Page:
WASHINGTON -- Democratic U.S. senators on Wednesday issued a clear message in the age-old fight over drilling in Alaska's Arctic National Wildlife Refuge: Just say no.
Sens. Michael Bennet, D-Colo., and Edward Markey, D-Mass., introduced a bill Wednesday that would close off the refuge's 1.56 million-acre coastal plain to oil and gas development indefinitely by designating it as a federal wilderness area. Thirty-two Democratic senators joined them as co-sponsors of the bill.
The bill is not going to go anywhere in a Republican-led Congress. But it does send the message that many lawmakers are still eager to make sure any efforts to open the area to drilling remain stalled as well.
Alaska's congressional delegation is unilaterally in favor of allowing drilling in ANWR. Sen. Lisa Murkowski, a Republican, included it as a priority when she announced her campaign for re-election last month, and she hammered at the Obama administration over it in a recent GOP speech. Independent Gov. Bill Walker has pressed Obama administration officials on the issue in recent meetings, though little is expected to come of that.
On Wednesday, Murkowski, Sen. Dan Sullivan and Walker, who is in Washington to testify at an energy committee hearing and for the Capitol tree lighting, made their feelings on the matter clear, posting a photo online of them tearing up the bill and dropping it in the trash. They were joined by Sen. Jim Inhofe, R-Okla., chair of the environment committee, which has jurisdiction over the Democrats' ANWR bill.
In a statement, Markey said ANWR "is one of the natural wonders of America, worthy of the highest level of protection as wilderness. Its pristine landscape, ecological integrity, wildlife, recreational opportunities and Alaska Native cultural and subsistence values are unmatched."
Bennet likened ANWR to other protected sites -- the Grand Canyon in Arizona, Yosemite Valley in California and the Great Sand Dunes in Colorado -- and touted their value for outdoor recreation. "Sportsmen, birders, and outdoor enthusiasts from across the political spectrum have long supported protections for this iconic area," Bennet said in a statement.
The coastal plains of ANWR are part of the 19.6 million-acre refuge but have a different level of protection -- oil and gas leasing would be allowed if Congress authorizes it. That's not likely to happen anytime soon, but the Democratic senators said Wednesday they want to ensure that the area is cut off to oil and gas production for good.
"Introducing a bill to lock up lands within our state is not a new concept, especially for East Coast liberals like Ed Markey," Rep. Don Young said in reaction to the announcement. "Ed and I have been fighting this issue for years, going back to when he served in the House. He couldn't beat us then -- we passed ANWR legislation 12 separate times -- and he won't beat us now. Energy is crucial for Alaska and the nation. Arbitrarily taking it off the table is absolutely the wrong approach," Young said.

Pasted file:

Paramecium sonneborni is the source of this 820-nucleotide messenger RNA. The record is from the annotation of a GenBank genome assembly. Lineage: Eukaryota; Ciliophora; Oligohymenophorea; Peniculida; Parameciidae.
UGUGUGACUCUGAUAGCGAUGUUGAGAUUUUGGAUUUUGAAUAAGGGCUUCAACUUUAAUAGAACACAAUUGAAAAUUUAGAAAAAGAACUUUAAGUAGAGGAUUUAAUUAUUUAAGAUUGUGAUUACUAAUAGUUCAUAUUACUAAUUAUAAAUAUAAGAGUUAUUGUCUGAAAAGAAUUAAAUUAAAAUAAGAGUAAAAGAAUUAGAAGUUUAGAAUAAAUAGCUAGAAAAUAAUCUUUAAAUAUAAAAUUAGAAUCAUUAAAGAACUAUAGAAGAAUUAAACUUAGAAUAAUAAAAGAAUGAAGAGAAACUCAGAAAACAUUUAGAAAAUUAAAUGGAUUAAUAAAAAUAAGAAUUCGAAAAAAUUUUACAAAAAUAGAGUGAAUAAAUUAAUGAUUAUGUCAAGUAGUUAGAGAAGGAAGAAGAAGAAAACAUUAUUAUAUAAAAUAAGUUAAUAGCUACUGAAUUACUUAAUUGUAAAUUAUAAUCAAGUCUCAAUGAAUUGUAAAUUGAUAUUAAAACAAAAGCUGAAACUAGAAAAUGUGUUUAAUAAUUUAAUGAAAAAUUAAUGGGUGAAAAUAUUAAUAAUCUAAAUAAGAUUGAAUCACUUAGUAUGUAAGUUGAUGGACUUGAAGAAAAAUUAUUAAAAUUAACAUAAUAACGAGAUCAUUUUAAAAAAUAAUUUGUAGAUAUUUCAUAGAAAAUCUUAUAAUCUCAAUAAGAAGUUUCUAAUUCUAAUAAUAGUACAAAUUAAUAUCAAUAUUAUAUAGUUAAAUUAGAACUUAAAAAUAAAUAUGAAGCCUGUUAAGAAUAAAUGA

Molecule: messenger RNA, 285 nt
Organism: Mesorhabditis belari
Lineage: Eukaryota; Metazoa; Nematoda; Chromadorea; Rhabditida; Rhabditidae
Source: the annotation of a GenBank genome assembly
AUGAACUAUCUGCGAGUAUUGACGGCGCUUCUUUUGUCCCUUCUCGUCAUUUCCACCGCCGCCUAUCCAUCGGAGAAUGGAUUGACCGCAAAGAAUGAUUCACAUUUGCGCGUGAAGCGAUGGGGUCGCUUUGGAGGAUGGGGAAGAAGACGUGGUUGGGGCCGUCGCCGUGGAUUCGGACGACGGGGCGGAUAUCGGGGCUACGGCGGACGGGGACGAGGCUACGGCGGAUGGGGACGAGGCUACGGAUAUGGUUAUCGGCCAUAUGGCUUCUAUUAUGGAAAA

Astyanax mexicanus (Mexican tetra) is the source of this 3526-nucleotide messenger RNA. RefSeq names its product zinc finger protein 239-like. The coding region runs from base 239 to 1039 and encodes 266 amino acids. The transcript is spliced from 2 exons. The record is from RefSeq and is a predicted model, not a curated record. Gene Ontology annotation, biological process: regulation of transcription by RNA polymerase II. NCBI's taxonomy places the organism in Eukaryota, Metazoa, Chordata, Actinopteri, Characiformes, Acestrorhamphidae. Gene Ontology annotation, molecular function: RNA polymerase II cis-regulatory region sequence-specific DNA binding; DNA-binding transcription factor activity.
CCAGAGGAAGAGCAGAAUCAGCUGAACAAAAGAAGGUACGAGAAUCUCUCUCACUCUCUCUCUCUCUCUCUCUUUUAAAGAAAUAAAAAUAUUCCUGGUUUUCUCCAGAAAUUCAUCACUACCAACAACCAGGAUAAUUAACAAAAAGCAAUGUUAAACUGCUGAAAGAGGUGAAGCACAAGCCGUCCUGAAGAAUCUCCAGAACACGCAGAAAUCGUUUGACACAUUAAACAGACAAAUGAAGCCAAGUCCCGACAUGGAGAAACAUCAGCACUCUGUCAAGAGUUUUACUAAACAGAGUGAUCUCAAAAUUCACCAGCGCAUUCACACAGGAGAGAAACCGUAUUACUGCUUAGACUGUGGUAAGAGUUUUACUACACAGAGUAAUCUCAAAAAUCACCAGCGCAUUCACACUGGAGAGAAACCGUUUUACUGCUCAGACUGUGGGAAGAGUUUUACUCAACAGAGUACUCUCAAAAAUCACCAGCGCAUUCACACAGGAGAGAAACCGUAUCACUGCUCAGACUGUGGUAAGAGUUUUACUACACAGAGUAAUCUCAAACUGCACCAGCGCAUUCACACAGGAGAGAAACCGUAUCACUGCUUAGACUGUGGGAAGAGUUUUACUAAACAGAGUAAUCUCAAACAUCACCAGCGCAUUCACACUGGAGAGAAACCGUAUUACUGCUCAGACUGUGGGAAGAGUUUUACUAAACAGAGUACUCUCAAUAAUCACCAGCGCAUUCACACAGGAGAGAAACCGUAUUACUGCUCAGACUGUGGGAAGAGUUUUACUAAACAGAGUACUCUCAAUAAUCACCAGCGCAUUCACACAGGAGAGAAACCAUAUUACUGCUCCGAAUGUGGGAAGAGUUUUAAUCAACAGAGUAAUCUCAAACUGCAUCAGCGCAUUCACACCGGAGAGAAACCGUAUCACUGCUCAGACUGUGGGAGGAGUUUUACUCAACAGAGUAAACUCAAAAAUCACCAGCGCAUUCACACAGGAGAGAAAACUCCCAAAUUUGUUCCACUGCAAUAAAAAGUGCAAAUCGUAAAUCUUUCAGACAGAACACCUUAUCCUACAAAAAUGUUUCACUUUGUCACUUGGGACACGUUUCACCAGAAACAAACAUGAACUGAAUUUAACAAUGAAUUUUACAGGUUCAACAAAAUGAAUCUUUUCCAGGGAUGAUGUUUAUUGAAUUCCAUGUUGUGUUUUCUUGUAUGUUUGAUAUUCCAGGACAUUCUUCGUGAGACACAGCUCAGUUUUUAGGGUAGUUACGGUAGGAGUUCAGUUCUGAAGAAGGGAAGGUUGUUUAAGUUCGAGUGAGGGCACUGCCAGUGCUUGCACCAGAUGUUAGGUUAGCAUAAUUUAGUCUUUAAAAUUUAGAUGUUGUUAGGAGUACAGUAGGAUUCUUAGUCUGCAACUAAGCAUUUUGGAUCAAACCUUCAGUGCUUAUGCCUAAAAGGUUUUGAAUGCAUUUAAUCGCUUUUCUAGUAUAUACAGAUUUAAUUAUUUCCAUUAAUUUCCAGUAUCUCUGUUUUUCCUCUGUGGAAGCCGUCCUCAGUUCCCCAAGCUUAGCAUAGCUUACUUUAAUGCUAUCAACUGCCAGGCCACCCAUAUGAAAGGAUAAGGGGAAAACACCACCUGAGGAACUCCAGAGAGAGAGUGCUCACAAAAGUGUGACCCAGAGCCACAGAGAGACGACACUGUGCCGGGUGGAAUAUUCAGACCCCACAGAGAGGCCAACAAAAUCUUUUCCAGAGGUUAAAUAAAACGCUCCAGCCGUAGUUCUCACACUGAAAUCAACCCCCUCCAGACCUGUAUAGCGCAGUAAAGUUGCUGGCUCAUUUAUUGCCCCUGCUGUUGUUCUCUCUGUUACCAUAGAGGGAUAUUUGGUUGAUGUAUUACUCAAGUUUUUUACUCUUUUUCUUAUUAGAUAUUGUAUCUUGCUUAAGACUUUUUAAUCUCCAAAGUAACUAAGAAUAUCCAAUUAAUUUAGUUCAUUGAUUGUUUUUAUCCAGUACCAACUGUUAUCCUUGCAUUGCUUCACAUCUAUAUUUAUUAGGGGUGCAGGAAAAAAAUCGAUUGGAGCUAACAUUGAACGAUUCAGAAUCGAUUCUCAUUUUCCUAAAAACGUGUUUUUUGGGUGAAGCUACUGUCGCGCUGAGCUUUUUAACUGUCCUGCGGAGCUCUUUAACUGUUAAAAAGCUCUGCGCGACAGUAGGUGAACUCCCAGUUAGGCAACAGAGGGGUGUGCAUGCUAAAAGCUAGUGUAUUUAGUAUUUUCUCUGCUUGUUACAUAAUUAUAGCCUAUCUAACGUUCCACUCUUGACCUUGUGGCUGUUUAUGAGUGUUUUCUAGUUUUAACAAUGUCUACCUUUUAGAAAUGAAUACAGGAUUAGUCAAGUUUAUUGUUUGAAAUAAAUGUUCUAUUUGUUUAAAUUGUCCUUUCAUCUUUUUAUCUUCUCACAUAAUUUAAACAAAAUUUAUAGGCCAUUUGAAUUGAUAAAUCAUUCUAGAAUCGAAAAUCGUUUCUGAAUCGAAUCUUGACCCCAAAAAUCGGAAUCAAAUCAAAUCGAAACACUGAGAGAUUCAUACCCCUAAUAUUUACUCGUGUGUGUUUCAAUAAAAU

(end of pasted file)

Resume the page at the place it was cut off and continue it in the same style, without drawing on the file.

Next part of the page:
"Let me be clear: This bill will never pass this Congress, and those who are offering it know that," said Sullivan. "The only explanation is that it must be fundraising season again."
"I will do everything in my power to make sure this misguided effort does not advance another inch after today," Murkowski said.
Murkowski, who chairs the Senate Energy and Natural Resources Committee, introduced a bill in February that would open 2,000 acres of the non-wilderness portion of the refuge to oil and gas drilling, citing U.S. Geological Survey estimates that it could contain 10.4 billion barrels of oil and 8.6 trillion cubic feet of natural gas.
And "so long as I am here, the only bill related to ANWR that has a chance of passing the Senate will be my bill – not this one," Murkowski said Wednesday. "This effort has failed before, and it will fail again."
The Democrats' bill was introduced with the support of 22 environmental and activist groups, from the Alaska Wilderness League to The Episcopal Church.
Bernadette Demientieff of the Gwich'in Steering Committee -- an Arctic tribal group opposed to drilling in ANWR -- thanked Bennet and Markey "for showing bold leadership" by introducing the bill.
"This bill would ensure that one of the most imperiled pieces of our natural heritage will be protected now and for future generations of Americans," said Cindy Shogan, executive director of the Alaska Wilderness League.
"Reeling back offshore drilling in the Arctic was a big victory, but Alaska's coastal plain still needs protection. Big Oil hasn't given up on projects that threaten polar bears, migratory birds and other wildlife," said Miyoko Sakashita, ocean program director at the Center for Biological Diversity, referring to Shell and Statoil's recent retreat from Arctic waters.
"It's time to permanently ban fossil fuel production in the most threatened areas of this pristine natural habitat," Sakashita said.
Alaska Dispatch Publishing